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While it's certainly possible to enjoy a new life on the beach, there are some serious questions that need to be answered before retiring early.
Last week, almost 150 million Americanadults left their houses to go to work. According to a Gallup poll, over 68% of these people -- or over 100 million -- were either "not engaged" in their work, or "actively disengaged." That's terrible, especially when you consider that over half of your waking hours are devoted to your job during a typical work-week.
That may help explain why the idea of retiring early appeals to so many people. Who doesn't love the thought of one day skipping the morning commute, sleeping in, and spending an afternoon exercising, talking with friends, and watching your favorite TV show?
But the life of an early retiree can have its own pitfalls and anxiety-producing states. Before you decide that the life of an early retiree is for you, there three big questions you need to answer. If you're not sure how you'd respond, you're probably better off waiting on early retirement.
1. Can you live on your retirement income?
Use the 4% Rule to figure out how much you can withdraw from your nest egg. The rule essentially says that you can withdraw 4% of your money in year one of your retirement, and increase that amount to match inflation every year thereafter.
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For example, if you have $625,000 in retirement savings, you could withdraw $25,000 for living expenses in your first year.
However, since you are retiring early, you might have to pay early withdrawal penalties, and you may have to pay taxes if you are pulling from a 401(k) or Traditional IRA.
Answering this question is best tackled over a two- or three-year timeframe.Before retiring, spend a year or two trying to live on the budget you'll have in retirement. If that works, consider getting a part-time job while adjusting to retirement. Check and make sure the extra free time doesn't result in extra spending.
2. Have you considered increased medical expenses?
You might think you'll live forever, but if you don't account for healthcare costs, you could be in trouble.Remember, most can't benefit from Medicare until age 65.
And even then, Fidelity estimates the average retired couple will spend $220,000 on medical expenses between age 65 and their death.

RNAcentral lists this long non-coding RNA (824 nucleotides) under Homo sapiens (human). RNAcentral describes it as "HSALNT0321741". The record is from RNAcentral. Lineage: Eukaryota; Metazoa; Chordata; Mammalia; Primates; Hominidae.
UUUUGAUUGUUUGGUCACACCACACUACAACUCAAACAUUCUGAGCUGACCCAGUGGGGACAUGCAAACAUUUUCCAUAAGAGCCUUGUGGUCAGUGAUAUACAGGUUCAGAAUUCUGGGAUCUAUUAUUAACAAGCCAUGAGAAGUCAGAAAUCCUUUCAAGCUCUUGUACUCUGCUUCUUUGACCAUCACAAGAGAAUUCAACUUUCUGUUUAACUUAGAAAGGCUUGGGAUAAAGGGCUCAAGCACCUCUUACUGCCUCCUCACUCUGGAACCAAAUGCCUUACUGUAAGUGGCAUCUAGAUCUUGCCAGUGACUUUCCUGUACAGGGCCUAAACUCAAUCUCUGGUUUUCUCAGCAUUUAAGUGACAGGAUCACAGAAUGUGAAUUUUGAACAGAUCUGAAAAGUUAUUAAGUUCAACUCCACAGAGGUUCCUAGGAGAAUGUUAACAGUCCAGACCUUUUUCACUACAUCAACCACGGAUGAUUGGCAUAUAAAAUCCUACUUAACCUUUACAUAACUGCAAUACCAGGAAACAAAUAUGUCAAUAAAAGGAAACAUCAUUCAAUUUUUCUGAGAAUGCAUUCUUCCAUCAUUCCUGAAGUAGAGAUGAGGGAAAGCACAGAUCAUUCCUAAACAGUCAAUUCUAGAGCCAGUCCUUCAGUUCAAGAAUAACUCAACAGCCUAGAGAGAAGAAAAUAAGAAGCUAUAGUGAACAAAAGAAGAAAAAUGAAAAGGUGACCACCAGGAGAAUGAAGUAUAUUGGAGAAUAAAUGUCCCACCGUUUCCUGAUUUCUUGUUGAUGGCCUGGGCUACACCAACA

The Centers for Medicare and Medicaid Services offers this visualization to jolt early retirees into reality, and all are in constant dollars.
Not only does medical spending increase dramatically later in life, but costs for those 85 and older grew by over 4% per year, outpacing inflation.
Other than simply making sure you have enough money to cover these expenses, there are three other strategies that can help early retirees pay for healthcare:
- As simple as it sounds, live healthy. Eat a balanced diet, exercise, and get enough sleep.
- Consider using a Health Savings Account (HSA) as a way to save and invest for future healthcare-related expenses. Money put in, growth, and withdrawals are all tax-free as long as it's used on qualified expenses -- a rarity within our tax code.
- Find out how to live on less. If your income from retirement funds is low enough, you could qualify for assistance through the Affordable Care Act.
3. Do you have at least three core pursuits?
While most pre-retirees say that their greatest concern entering retirement is a lack of regular income, those that have already crossed over to the other side say it's something different that keeps them up at night: a loss of social connections that were usually nurtured at work.
Wes Moss, author of "You Can Retire Earlier Than You Think,"has found a thread that's constant at predicting whether or not one is happy in retirement. It has to do with "core pursuits," or activities that give an individual purpose and meaning -- beyond our rigid definitions for what constitutes "work."
Moss found that those who have at least three core pursuits identified before entering retirementwere far more likely to enjoy themselves after leaving the mandatory workforce. So, the question becomes: Do you have three such pursuits? If not, "retirement" will likely be so boring you'll want to gouge your eyes out -- and nobody wants that.
In the end, being able to answer these three questions will go a long way toward helping you determine if you're ready to retire early or not. And for those in their "regular" retirement years right now who may need a little extra cash to make ends meet, I suggest checking out the section below.
The article Read This Before You Decide to Retire Early originally appeared on Fool.com.
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